Insurance Fraud NEWS
FBI raids California addiction-treatment provider offices
September 11, 2017, San Clemente, CA
The FBI was hunting for evidence of health care fraud, wire fraud, conspiracy, “laundering of monetary instruments” and illegal payments for patient referrals in June when more than 100 agents raided Sovereign Health’s offices and treatment centers, according to paperwork filed in federal court by attorneys for the company.
The San Clemente-based addiction treatment and behavioral health care provider operates facilities in Los Angeles, Orange, Riverside and San Diego counties, as well as in several other states. With outpatient facilities and dozens of licensed beds, it’s a big player in Southern California, home to one the densest concentrations of drug and alcohol rehab centers in the nation.
Sovereign’s filings, which include search warrants and subpoenas prepared by the government and marked “under seal,” also indicate a criminal grand jury is gathering evidence that might be used against it.
Related: Read the filings by Sovereign
Federal regulators wanted Sovereign to keep information about the raid away from the public, and at least one letter from the U.S. Department of Justice to the company demanding information said: “Because this subpoena relates to an ongoing criminal investigation, we request that you do not disclose the existence of or compliance with the subpoena. Premature disclosure could impede the investigation.”
The FBI was seeking documents related to obtaining insurance coverage for patients, a foundation or scholarship program, as well as bank and brokerage account statements, cancelled checks, billing manuals and other financial records, the documents show.
Some operators have been criticized for, among other things, using charitable foundations to buy insurance for patients, or to pay premiums, copays or deductibles, then billing insurers millions.
The affidavit offering the justification for the raids, however, remains under seal by a court order. Sovereign questions the legality of the government’s searches and seizures, and is demanding that the court produce the underlying affidavit.
“(T)he affidavit likely contains false and misleading information and omits other material information,” Sovereign argues in a motion filed in federal court. Sovereign and its CEO need to sit it “in order to determine whether the searches were lawfully authorized, and to take appropriate action if they were not. The Fourth Amendment entitles them to do so.”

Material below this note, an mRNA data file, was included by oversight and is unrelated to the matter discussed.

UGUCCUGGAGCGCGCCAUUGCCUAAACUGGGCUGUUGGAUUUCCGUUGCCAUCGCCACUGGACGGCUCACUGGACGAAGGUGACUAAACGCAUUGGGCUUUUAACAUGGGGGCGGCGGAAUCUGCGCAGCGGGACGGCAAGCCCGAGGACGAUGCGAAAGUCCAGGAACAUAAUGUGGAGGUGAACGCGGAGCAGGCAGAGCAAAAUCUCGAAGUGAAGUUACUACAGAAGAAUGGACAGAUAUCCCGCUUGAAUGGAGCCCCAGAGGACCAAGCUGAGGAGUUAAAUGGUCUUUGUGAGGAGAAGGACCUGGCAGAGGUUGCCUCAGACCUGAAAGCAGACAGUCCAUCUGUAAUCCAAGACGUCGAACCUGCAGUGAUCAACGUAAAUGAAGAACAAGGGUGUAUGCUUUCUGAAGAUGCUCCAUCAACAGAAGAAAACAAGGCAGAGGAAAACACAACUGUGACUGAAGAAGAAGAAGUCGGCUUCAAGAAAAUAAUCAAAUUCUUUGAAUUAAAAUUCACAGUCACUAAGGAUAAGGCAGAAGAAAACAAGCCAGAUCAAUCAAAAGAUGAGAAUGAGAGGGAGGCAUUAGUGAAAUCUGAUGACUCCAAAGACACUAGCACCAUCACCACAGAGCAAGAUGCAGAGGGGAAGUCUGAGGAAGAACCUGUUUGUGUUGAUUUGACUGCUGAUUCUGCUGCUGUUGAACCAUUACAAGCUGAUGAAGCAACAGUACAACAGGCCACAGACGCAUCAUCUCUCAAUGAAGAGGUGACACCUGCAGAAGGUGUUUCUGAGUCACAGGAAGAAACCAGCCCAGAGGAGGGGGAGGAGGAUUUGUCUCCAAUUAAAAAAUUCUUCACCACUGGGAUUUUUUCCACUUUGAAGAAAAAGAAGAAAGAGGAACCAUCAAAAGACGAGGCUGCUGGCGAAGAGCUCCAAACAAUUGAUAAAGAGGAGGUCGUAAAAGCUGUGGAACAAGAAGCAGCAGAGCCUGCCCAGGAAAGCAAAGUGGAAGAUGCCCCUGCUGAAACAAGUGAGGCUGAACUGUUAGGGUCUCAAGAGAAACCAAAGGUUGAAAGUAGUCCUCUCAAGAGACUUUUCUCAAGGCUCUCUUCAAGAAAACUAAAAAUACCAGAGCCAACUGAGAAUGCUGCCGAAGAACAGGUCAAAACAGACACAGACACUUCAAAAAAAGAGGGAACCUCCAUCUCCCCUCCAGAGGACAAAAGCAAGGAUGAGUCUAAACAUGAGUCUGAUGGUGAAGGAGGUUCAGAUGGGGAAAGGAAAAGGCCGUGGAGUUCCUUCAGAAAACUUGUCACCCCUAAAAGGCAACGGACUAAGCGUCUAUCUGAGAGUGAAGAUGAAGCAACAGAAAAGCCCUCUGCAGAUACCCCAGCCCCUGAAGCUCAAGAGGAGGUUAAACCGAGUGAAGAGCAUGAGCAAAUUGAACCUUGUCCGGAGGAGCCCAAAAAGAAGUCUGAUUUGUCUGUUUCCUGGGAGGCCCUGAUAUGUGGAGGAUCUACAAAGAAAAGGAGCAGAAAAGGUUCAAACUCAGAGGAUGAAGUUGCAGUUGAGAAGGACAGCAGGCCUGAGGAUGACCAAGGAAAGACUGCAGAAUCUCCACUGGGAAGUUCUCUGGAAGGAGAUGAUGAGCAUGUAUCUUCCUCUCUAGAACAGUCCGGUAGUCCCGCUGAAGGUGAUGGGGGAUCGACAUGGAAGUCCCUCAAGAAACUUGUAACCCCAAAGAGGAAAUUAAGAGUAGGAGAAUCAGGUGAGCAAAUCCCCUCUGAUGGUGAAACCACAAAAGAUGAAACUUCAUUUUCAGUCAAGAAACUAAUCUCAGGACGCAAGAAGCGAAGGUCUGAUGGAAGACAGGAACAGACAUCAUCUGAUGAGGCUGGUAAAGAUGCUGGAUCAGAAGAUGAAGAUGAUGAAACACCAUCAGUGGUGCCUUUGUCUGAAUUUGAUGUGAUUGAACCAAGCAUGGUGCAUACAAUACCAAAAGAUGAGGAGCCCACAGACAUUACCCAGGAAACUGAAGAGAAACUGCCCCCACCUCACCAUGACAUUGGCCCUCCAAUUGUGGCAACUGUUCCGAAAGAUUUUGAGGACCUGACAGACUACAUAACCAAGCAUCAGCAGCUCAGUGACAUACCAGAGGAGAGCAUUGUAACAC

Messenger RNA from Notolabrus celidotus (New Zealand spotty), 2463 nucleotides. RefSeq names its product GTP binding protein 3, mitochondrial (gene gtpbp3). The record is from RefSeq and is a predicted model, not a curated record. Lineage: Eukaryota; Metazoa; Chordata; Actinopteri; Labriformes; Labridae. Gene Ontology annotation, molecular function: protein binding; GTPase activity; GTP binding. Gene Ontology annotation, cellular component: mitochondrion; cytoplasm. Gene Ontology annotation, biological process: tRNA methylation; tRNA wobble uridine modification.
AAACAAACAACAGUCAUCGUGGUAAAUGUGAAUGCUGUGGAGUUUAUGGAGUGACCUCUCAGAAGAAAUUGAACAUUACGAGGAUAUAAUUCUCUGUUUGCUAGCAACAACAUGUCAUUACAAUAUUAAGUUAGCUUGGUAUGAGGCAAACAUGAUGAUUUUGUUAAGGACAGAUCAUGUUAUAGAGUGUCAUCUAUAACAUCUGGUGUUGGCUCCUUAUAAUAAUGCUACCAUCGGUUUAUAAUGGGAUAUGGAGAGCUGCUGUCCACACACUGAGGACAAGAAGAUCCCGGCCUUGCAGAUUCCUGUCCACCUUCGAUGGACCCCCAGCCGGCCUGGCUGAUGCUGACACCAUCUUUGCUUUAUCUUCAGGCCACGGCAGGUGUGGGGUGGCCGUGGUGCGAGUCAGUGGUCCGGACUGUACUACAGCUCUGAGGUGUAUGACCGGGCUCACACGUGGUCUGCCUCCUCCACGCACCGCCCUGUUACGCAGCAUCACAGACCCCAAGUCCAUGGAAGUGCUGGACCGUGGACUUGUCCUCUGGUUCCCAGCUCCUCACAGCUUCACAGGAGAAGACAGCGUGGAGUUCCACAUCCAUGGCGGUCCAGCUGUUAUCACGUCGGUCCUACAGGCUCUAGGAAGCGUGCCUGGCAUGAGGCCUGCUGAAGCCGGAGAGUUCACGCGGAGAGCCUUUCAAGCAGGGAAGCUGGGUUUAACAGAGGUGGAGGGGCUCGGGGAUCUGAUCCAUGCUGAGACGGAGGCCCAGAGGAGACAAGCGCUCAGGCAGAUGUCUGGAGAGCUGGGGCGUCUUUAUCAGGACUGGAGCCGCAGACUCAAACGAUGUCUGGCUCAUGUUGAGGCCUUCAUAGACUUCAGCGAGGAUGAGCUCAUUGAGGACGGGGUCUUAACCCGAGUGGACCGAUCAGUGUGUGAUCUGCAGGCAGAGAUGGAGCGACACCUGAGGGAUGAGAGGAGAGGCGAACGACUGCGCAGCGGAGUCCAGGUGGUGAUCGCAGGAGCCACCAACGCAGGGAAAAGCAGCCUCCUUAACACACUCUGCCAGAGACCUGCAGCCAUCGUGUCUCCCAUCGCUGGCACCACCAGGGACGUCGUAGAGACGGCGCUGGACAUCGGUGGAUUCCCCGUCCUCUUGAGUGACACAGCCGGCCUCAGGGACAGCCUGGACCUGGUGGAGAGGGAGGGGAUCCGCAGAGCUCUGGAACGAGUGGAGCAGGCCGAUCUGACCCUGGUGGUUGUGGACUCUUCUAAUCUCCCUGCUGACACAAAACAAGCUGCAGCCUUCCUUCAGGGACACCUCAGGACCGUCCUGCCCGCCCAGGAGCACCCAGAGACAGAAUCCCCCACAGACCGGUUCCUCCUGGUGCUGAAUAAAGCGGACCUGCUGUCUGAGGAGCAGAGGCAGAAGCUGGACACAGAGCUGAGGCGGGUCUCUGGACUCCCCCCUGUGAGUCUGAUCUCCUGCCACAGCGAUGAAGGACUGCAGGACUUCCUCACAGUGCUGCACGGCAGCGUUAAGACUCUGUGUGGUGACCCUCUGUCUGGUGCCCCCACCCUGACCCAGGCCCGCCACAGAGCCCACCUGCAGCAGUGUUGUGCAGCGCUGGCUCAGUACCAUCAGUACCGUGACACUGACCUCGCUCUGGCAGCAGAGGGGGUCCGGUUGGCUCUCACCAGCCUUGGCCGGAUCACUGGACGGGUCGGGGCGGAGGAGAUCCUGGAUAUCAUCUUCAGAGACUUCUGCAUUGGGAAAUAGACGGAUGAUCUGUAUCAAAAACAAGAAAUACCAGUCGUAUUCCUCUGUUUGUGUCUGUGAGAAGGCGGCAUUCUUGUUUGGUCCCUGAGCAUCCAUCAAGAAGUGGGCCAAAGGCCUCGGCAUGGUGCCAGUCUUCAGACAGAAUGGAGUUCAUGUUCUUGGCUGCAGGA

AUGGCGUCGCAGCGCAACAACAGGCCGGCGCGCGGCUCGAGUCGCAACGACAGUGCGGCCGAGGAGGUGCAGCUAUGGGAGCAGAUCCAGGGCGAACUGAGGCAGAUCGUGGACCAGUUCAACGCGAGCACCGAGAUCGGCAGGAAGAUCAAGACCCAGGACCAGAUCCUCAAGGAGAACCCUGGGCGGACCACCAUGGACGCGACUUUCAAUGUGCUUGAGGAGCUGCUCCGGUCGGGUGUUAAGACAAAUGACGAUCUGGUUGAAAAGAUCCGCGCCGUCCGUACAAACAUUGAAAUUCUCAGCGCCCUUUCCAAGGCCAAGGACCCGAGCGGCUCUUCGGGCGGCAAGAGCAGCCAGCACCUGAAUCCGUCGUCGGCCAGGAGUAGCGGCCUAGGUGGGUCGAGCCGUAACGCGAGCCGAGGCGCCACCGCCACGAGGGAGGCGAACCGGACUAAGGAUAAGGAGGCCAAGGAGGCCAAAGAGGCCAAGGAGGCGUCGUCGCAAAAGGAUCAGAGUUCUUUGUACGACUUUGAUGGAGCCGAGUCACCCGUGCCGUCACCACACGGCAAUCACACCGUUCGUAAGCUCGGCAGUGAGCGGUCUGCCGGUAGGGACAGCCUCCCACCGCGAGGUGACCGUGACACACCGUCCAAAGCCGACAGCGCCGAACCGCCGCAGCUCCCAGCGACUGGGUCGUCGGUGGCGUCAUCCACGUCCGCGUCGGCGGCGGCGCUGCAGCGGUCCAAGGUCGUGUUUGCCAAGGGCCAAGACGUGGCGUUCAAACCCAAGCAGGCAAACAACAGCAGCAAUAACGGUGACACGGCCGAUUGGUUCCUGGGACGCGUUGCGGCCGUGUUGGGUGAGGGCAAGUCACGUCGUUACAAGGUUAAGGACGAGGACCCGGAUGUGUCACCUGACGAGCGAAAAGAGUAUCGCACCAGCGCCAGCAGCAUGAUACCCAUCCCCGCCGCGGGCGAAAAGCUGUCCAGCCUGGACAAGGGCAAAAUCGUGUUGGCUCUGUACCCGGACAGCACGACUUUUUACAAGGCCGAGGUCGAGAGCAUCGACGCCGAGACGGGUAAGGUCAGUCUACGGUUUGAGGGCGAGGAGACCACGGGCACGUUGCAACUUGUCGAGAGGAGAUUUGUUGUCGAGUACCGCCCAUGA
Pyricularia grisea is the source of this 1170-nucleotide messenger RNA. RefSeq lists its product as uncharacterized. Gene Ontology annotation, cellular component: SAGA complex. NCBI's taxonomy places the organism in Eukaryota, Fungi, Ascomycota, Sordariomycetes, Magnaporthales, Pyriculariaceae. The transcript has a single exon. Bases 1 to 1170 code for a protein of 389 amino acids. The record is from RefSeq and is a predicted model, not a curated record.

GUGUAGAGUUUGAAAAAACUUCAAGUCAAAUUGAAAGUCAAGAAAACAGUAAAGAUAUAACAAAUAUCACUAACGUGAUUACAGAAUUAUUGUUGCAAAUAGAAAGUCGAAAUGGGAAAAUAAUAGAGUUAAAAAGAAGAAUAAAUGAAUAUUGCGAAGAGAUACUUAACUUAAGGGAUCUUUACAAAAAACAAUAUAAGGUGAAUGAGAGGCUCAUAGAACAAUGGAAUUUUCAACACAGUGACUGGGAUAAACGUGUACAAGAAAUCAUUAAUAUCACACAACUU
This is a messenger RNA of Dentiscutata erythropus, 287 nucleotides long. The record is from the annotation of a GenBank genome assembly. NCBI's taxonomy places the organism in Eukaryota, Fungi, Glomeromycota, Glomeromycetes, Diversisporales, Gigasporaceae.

Thom Mrozek, spokesman for the U.S. Department of Justice, confirmed that the government has filed a response to Sovereign’s claim in court, and that its response is sealed, but he declined further comment.
Such silence is common during an ongoing investigation, where prosecutors might be probing other people or businesses not yet known to be under investigation and don’t want to tip their hand, or to protect the identities of confidential informants. Legal scholars said requests such as Sovereign’s also aren’t unusual, as defense attorneys often want to find out what the government knows, or believes it knows, about their clients.
“They’re looking for discovery,” said Lawrence Rosenthal, a professor at Chapman University’s Fowler School of Law. “They have a business that is presumably worth a lot of money, and they’re worried that investment is now at risk. They want to know what the government knows so that, if they can, they can try to put an end to this. The longer it goes on, from their perspective, the worse it is for their business.”
The raids have hurt business, Sovereign said, arguing that there’s no justification for keeping the affidavit secret.
“The warrants have been executed, ensuring their disclosure will not frustrate their purpose. There is no genuine concern of evidence destruction or witness intimidation in what is, in essence, an insurance fraud investigation of a health care provider and executive with no criminal history, represented by experienced counsel,” Sovereign’s motion says.